I was watching Scarlet Street (highly recommended, if only for Edward G. Robinson's incredible performance) with Kiran Rikhye (Stolen Chair's resident literary ventriloquist) the other night...femme fatale Joan Bennett gives a melodramatic headturn quick enough to give her whiplash as the ominous music swells in the background. I turned (much more slowly and far less melodramatically) to Kiran and asked, "How did people in the 40's not crack up with this camp?" Kiran sagely responded that there's nothing new about the suspension of disbelief: just like we want to be scared in a horror-flick so badly that we're willing to indulge the silliness of the spine-tingling scores and the cgi-monsters, 40's filmgoers let themselves be sucked into the high stakes worlds of the noirs, even when the killer's identity is telegraphed in the first frame.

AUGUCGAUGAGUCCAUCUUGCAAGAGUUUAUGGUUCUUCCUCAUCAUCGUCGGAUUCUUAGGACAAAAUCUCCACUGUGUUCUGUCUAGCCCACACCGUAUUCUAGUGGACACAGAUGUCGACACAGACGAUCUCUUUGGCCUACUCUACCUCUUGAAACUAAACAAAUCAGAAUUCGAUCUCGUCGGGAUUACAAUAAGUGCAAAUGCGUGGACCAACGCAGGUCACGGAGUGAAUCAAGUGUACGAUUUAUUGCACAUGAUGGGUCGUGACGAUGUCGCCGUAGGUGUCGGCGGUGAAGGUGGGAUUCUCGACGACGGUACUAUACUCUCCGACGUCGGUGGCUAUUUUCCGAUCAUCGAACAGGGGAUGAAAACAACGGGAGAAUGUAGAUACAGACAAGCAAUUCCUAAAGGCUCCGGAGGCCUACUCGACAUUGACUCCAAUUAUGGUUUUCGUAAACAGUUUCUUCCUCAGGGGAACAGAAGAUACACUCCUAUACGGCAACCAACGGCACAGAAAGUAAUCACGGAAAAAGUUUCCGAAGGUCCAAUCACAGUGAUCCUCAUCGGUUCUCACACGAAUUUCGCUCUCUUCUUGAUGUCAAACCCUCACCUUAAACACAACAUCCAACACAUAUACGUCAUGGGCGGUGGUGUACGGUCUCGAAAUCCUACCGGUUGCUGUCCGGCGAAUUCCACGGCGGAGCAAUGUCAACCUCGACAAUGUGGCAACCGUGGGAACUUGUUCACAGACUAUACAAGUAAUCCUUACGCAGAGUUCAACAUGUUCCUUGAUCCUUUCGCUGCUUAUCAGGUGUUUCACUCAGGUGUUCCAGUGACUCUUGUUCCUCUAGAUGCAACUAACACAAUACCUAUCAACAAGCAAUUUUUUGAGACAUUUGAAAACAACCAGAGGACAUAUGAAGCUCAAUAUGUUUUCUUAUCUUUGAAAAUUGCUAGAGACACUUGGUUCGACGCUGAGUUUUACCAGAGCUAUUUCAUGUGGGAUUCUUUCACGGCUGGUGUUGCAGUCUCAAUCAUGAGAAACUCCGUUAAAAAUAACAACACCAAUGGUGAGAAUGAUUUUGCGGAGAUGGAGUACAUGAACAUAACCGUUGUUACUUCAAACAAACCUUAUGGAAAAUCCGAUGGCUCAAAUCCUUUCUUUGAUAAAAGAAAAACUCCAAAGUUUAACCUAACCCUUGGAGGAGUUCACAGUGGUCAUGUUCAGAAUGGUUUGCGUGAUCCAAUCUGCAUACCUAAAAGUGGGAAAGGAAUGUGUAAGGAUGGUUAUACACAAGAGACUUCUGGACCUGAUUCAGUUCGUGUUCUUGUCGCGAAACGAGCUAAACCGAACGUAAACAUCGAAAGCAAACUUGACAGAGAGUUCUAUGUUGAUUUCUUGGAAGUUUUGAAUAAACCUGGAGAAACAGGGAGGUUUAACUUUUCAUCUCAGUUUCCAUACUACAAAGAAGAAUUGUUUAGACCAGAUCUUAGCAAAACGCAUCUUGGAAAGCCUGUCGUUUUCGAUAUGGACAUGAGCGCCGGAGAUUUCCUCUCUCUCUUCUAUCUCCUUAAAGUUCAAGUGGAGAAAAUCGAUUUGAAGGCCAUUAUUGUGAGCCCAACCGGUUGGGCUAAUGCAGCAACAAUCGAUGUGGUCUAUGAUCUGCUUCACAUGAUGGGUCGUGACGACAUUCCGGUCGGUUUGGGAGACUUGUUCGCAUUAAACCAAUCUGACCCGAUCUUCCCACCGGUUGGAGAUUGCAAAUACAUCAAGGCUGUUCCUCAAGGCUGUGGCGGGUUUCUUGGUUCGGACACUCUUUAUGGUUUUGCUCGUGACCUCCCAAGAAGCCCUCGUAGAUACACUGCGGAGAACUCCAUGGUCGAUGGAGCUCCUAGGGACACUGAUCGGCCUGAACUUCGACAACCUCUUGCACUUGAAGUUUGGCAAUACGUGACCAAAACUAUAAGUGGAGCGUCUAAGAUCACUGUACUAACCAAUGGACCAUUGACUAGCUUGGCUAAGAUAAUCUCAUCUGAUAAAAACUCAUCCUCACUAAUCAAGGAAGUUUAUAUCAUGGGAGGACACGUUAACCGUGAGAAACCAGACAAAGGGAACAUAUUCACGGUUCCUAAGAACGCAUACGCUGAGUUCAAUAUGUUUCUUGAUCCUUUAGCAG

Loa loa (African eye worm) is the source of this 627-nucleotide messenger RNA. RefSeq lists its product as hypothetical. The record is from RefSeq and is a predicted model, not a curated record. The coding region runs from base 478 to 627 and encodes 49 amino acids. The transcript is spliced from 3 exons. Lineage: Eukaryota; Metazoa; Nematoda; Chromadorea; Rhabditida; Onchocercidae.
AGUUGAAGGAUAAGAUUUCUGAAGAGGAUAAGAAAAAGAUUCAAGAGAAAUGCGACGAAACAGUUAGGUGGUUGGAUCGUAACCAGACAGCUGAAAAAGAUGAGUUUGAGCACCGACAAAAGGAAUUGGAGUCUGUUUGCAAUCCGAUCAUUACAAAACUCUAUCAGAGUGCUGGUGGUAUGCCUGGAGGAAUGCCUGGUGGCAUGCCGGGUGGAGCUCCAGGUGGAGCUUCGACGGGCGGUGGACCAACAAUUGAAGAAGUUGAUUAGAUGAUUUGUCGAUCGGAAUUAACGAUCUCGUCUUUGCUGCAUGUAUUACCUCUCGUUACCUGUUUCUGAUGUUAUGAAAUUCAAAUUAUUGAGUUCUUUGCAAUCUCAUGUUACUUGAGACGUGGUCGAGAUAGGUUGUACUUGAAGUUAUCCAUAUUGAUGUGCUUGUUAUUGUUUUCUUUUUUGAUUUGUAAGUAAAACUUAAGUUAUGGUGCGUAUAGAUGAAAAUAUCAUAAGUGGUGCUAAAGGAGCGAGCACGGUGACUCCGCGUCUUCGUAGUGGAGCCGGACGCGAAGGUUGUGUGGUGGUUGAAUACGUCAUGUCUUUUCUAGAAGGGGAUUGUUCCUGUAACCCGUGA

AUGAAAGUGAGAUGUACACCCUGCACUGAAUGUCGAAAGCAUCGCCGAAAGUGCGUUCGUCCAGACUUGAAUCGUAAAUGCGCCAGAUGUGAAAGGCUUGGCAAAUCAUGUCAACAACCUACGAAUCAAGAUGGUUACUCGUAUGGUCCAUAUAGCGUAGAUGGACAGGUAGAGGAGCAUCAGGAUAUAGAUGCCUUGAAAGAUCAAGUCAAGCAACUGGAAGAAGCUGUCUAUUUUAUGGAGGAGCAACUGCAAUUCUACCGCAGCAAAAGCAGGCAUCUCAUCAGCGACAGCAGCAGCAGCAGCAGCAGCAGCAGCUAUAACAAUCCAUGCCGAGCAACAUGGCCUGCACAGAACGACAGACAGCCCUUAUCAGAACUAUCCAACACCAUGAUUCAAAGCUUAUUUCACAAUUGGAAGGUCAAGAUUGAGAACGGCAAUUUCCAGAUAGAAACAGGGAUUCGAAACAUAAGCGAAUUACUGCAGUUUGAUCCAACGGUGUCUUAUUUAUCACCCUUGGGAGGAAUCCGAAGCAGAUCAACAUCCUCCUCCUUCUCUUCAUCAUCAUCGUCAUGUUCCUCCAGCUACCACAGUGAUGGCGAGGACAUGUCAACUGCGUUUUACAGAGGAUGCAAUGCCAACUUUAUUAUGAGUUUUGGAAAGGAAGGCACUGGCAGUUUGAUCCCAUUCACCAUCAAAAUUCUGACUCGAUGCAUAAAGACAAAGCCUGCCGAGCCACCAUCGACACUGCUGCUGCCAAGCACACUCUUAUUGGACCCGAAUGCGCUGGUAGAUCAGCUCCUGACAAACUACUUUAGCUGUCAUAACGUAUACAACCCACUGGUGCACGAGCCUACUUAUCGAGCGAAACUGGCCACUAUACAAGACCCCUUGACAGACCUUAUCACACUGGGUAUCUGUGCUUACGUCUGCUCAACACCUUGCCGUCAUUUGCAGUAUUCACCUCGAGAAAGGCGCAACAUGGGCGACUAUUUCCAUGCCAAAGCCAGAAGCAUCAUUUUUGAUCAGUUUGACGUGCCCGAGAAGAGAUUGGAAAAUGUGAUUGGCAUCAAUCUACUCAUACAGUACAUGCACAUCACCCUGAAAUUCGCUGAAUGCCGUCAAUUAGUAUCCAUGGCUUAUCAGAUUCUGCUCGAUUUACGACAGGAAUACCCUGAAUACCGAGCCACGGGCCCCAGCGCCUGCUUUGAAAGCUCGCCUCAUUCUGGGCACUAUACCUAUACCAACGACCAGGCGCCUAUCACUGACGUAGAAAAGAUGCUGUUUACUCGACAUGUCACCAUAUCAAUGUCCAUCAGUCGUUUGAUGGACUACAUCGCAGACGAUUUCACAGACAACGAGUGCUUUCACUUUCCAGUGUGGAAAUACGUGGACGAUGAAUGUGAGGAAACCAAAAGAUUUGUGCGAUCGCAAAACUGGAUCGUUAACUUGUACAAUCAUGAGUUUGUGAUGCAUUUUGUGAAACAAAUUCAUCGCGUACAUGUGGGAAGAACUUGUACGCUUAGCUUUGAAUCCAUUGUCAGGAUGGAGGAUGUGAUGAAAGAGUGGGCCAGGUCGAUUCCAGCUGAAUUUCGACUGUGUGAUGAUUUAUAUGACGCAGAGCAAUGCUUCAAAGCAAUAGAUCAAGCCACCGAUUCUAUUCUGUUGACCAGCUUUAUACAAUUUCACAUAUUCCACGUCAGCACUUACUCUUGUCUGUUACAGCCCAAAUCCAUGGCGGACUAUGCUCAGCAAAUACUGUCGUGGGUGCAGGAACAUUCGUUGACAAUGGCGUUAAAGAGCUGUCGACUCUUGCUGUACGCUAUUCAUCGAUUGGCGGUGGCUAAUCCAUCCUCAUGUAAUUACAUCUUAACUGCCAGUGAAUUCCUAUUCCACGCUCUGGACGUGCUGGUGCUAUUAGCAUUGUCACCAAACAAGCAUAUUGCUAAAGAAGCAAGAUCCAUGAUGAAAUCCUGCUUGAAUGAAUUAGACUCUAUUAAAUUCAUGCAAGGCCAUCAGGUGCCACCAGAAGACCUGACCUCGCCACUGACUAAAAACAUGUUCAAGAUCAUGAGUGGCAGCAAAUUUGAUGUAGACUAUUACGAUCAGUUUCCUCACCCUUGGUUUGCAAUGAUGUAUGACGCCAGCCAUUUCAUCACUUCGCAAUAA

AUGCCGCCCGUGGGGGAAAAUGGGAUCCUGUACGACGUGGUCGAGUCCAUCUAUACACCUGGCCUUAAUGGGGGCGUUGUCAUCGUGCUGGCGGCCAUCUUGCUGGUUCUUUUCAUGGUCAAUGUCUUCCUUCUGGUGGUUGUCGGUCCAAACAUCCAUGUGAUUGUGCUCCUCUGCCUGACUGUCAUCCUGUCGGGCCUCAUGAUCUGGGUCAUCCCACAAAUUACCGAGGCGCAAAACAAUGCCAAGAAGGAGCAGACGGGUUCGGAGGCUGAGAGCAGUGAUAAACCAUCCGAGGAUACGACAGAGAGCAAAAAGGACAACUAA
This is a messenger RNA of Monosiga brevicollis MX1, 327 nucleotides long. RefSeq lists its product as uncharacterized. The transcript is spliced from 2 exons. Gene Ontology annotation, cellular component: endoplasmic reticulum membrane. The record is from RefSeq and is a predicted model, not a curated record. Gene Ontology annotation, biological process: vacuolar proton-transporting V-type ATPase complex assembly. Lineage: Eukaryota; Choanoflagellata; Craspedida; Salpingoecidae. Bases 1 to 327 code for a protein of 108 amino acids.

Which reminds me of a discussion I was having with John Clancy a few nights ago, about what makes a noir a noir. Or rather, it reminds me of something I failed to say when I was listing the other key components of a quintessential noir...most noirs are mysteries in which actually solving the mystery is about as important as resolving the dramatic tension in a porn movie. So, why do we watch them (noirs, not porns)? Well, we watch horror films knowing full well that our protagonist is likely to emerge safe and sound--it's not about the destination, it's about the journey, and the best film noirs offer a road studded with brilliant visual compositions (see I Wake Up Screaming), snappy dialogue (check out Double Indemnity), twisted romantic unions (Scarlet Steet), censor-dodging allusions to sexuality (Laura and Gilda, anyone?), and transgressive gender performances (Maltese Falcon, Lady in the Lake, or Gilda, depending on your vision of transgression).
Off to bed. I leave you all to contemplate what sort of car you would need to drive on a road studded with transgressive gender performances. Oy. Must stop with metaphors.